I wish I was a moron, MY GOD, Perhaps I am!
    -Spike Milligan

    by polecat on Tue Mar 02, 2010 at 09:28:48 AM PST

  •  The House doesn't want to go first because... (4+ / 0-)
    Recommended by:
    srkp23, JML9999, davekro, CA Berkeley WV

    .
    . . . it doesn't trust the Senate.  And with knaves and cretins and triangulators and appeasers like Conrad calling the shots, I can certainly understand the House's point of view.

    .

    "I have to go now. I feel . . . sticky." Anthony Bourdain

    by BenGoshi on Tue Mar 02, 2010 at 09:29:56 AM PST

    •  So the Republicans will vote against ending the (2+ / 0-)
      Recommended by:
      BenGoshi, 714day

      Cornhusker kickback, and against reducing the number of people who will be taxed on their health insurance, and against reducing the amount of healthcare they will be taxed for? That is what they would be voting against if they voted against budget reconciliation.

      The guy who blows the game right as the buzzer is sounding can't just point at the other guy who made a mistake at the beginning of the game and avoid the blame.

      Wear it like a hat Republicans.

  •  I think the senate needs to get off its butt... (0+ / 0-)
    ...and do the work they need to do on this bill.  It seems to me that the only hindrance to them "reconciling" it is themselves.

    If they have the 51 votes, who cares if the house has passed it yet or not?  Isn't that the senate democrats call to make?  Isn't the hindrance really of their own making in their minds?

    seriously, what are they so "afraid" of.

    Seems to me that if the senate democrats really wanted to do something, no matter what it was and no matter what the insane rules of the senate are, they really could.

  •  I think I know what Conrad means (0+ / 0-)

    I think that Conrad is saying that in order to do reconciliation, there must be scoring on the law that is being amended.  While CBO can score the Senate bill for purposes of scoring it as a bill, Conrad is saying that Congressional rule PROHIBIT CBO from scoring the bill as a "law" for purposes of reconciliation until passed by both Houses because until then it is technically possible that the other House will amend the bill.  Thus, Conrad seems to be saying that Congressional rules require the scoring of a law that is being amended through reconciliation for Congress to be entitled to use the reconciliation process on that law.  He is also saying that this scoring must be the scoring of a "law" (i.e., bill that has passed both Houses) and cannot be the scoring of a "bill"--no matter how likely everyone believes that the bill ultimately will be identical to the law (because it is still possible for amendment by the other House).  Until the legislation is passed by both Houses, it is not a law--and cannot be treated as a law--for purposes of reconciliation scoring.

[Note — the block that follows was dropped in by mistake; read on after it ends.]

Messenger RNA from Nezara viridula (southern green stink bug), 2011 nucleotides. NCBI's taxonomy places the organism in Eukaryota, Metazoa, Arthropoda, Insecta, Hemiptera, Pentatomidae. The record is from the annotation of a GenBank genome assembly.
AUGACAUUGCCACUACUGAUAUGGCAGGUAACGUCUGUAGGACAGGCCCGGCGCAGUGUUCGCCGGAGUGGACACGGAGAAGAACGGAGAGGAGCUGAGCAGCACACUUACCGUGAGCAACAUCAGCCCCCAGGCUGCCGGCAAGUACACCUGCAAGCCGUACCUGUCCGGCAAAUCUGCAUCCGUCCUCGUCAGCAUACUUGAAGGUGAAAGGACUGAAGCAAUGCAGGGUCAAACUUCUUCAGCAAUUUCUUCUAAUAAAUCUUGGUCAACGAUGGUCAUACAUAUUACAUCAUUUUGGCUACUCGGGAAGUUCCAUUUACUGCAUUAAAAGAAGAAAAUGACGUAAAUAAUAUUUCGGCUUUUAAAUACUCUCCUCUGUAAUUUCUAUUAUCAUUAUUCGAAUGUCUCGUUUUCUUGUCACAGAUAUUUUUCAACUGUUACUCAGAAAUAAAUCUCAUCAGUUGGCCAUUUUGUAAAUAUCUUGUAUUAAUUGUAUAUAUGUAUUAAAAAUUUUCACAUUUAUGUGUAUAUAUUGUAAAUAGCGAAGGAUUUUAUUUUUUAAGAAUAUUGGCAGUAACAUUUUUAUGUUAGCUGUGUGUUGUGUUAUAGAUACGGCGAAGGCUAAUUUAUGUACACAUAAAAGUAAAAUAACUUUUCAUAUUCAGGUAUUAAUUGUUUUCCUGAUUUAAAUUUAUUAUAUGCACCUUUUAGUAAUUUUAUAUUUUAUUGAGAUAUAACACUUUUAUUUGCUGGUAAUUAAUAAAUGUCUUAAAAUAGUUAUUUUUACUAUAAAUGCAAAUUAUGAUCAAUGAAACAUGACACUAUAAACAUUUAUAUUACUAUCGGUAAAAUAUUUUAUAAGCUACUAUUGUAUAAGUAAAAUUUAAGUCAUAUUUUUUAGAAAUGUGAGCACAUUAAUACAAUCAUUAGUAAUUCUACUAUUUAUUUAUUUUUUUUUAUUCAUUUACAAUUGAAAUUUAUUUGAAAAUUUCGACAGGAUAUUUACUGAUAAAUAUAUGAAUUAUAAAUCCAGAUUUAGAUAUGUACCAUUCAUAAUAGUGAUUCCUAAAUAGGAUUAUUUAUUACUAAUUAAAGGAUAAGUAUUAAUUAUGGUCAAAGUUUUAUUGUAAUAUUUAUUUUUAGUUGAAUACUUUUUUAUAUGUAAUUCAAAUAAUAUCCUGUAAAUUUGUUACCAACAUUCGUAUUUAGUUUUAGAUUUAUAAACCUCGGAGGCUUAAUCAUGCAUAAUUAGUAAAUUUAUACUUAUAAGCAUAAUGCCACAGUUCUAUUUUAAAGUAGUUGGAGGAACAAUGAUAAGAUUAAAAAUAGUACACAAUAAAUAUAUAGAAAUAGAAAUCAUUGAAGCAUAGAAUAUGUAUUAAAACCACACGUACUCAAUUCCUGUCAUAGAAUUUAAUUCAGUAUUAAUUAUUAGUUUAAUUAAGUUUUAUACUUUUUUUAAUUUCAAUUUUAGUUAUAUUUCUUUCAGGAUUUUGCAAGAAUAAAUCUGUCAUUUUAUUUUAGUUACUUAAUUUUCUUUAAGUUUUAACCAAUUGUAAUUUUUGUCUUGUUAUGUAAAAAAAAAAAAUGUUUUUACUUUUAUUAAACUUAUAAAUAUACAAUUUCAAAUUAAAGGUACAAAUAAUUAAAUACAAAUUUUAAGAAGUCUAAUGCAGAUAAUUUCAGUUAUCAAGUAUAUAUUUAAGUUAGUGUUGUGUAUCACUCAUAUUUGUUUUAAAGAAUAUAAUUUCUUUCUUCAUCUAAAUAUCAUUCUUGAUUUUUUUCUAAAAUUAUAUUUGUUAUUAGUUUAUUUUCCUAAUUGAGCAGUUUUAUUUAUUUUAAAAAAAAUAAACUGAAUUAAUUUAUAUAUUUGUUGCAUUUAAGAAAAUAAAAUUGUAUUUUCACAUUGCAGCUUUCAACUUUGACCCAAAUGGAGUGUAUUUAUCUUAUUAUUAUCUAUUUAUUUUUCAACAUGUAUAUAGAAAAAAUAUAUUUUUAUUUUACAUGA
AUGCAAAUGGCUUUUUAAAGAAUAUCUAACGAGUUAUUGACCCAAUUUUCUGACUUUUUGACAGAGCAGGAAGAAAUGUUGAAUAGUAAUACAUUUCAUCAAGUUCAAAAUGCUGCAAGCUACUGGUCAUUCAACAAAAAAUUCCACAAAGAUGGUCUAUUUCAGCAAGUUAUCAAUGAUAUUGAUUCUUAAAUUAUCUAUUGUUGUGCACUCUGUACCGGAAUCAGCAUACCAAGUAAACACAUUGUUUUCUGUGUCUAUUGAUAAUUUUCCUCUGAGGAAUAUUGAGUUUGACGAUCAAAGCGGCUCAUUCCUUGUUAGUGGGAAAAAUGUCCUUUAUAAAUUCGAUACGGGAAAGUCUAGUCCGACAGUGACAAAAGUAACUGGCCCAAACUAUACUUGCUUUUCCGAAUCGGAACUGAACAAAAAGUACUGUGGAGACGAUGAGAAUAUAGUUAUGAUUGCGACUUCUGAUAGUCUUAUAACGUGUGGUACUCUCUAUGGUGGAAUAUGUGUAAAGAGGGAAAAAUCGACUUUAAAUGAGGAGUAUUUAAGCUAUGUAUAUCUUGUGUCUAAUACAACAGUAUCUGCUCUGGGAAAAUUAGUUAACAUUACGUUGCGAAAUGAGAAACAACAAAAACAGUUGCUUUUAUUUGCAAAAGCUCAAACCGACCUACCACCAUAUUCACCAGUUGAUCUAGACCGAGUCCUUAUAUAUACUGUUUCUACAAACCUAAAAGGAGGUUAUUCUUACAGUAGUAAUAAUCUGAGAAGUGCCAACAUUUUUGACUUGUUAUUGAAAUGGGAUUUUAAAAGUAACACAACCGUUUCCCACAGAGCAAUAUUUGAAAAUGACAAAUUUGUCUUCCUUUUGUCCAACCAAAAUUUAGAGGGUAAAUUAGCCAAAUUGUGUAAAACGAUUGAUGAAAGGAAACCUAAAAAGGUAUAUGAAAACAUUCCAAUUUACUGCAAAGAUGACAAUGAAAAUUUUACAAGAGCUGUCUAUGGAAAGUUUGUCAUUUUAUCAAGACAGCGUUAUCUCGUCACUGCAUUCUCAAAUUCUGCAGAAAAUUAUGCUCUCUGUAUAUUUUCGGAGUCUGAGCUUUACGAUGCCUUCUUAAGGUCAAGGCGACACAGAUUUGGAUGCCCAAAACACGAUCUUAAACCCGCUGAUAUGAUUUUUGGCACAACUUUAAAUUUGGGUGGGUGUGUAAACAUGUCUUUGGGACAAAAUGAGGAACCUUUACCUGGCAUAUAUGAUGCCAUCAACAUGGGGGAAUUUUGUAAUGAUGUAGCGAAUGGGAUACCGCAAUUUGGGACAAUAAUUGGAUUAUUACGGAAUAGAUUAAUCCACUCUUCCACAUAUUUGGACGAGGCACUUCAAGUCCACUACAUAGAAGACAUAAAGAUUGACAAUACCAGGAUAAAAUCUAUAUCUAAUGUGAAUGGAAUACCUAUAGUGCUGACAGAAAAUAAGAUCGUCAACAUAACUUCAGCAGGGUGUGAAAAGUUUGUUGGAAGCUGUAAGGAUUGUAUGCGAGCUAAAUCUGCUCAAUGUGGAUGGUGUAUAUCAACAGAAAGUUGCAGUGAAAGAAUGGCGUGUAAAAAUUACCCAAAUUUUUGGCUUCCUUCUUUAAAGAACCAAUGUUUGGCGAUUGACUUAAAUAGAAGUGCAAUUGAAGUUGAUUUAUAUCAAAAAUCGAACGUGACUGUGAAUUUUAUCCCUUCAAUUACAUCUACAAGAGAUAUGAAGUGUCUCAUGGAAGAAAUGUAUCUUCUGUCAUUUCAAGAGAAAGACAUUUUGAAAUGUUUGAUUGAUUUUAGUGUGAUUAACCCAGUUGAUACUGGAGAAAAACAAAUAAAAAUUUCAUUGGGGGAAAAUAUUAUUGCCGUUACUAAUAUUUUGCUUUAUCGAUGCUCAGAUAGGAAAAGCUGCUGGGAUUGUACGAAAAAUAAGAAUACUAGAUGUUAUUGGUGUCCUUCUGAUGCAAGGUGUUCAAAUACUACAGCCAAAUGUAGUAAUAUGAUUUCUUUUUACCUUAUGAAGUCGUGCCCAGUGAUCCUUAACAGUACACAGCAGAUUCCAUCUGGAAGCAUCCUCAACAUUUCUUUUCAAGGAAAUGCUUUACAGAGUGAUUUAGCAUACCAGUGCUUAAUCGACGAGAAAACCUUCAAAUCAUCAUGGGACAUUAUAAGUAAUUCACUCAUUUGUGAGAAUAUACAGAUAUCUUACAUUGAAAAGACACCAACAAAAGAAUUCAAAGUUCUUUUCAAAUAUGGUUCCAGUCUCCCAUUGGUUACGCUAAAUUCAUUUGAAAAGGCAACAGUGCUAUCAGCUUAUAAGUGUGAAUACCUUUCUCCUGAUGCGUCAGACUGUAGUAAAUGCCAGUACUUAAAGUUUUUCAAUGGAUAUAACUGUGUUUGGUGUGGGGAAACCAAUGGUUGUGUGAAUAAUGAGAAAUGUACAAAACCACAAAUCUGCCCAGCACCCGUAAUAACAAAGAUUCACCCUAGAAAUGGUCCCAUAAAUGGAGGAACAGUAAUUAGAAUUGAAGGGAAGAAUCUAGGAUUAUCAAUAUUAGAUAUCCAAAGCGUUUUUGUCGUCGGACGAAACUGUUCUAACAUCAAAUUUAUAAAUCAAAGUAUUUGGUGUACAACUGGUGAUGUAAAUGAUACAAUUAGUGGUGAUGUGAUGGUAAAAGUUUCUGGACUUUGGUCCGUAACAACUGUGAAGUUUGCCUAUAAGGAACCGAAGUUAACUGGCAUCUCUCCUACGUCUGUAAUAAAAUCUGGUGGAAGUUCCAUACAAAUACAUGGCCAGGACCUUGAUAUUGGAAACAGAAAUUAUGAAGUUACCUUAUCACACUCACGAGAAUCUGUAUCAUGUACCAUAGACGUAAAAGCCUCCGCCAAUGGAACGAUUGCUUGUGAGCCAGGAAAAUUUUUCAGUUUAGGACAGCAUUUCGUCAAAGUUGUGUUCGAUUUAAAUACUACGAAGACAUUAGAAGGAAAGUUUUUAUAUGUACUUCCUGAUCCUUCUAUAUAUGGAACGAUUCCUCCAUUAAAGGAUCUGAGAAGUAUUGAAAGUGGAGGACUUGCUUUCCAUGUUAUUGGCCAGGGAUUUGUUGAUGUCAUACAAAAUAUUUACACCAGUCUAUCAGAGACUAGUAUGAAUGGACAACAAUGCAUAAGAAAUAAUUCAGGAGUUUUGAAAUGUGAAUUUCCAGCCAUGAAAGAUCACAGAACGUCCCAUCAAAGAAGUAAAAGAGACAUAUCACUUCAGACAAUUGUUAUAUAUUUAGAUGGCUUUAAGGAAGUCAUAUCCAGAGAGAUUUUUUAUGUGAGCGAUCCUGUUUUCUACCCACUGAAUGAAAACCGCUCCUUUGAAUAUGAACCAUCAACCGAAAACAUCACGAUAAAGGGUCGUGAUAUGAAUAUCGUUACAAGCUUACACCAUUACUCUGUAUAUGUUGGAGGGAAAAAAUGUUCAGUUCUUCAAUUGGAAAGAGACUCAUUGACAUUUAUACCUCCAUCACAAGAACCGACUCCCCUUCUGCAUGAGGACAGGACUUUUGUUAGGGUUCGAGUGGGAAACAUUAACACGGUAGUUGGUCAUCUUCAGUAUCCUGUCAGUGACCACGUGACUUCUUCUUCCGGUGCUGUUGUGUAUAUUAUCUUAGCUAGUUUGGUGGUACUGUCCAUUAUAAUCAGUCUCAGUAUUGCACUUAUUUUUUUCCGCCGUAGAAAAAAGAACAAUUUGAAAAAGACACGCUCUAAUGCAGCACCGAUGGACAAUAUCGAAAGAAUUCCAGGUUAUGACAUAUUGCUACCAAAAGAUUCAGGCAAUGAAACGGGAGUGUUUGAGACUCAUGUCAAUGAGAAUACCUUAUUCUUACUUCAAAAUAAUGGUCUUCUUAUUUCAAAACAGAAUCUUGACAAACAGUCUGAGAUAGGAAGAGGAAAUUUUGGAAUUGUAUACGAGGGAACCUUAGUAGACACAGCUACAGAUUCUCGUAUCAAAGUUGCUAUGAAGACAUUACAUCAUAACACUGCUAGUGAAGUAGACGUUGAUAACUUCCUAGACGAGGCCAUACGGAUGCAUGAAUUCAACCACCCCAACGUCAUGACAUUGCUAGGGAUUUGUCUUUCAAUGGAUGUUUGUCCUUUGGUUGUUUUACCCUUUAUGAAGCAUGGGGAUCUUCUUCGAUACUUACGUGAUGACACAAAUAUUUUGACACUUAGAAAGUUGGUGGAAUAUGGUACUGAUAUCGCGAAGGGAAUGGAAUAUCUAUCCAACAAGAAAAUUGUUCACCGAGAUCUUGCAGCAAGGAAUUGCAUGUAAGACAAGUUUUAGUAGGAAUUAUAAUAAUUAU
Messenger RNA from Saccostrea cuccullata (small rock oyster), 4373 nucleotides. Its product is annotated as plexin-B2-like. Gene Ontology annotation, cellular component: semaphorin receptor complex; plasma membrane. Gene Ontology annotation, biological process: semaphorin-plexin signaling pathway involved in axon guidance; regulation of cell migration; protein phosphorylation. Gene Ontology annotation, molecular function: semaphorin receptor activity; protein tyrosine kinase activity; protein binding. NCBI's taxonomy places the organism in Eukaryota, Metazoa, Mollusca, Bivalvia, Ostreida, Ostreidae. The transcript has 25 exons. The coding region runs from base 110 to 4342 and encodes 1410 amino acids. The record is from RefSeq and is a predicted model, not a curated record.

•  A bill does not become a law until... (0+ / 0-)

      ..it is signed by the president- and budget reconciliation is a manuever that occurs before something becomes a law.

      Conrad's point is only a point of logical procedure, but it does not have to dictate the process that the senate uses.  The senate can do this if they want to.  

      I don't buy the argument that the house has to pass their bill first.

      Seriously, does anybody think the republicans would let any of these process issues get in the way of them passing more and more tax cuts for the rich?

      •  Reconciliation is under Budget Act 1974 so there (0+ / 0-)

        law there not just Senate procedure. So that is why David looked at the wording of the law earlier.

        It says 'law, bill and resolution"  and CRS

        Congress and the President could use reconciliation procedures to quickly make any adjustments in existing law or pending legislation that were required to achieve budget policies as they changed between the adoption of the spring and fall budget resolutions.

        Anyone who has the power to make you believe absurdities has the power to make you commit injustices -- François-Marie Arouet

        by CA Berkeley WV on Tue Mar 02, 2010 at 10:11:22 AM PST

        [ Parent ]

        •  thanks. (0+ / 0-)

          Of course, if they "must" have the house pass the bill first that is one thing.  But, if they can avoid that, it would be best politically.

        •  CRS study is outdated (0+ / 0-)

          It refers to the original version of the Budget Act that had spring and fall budget resolutions with a reconciliation bill coming in between.

          And - as I elaborate on in a later posting - I believe that the "bill and resolution" language refers to measures that were subject to a special process called deferred enrollment.

          •  David mentioned that in his piece yesterday (0+ / 0-)

            that I linked to but did not requote.

            The adoption of fall budget resolutions is a practice that's fallen by the wayside in recent decades, with Congress now preferring to adopt just the one resolution, usually timed in the spring. A number of changes to the process have been adopted along the way, including the infamous Byrd Rule, so it may well be possible that current practice differs somehow on the question of whether reconciliation may be used to change pending legislation. But it seems plain that originally, reconciliation did indeed contemplate the necessity of changing pending, as-yet-unpassed legislation, which is exactly what we're looking at here.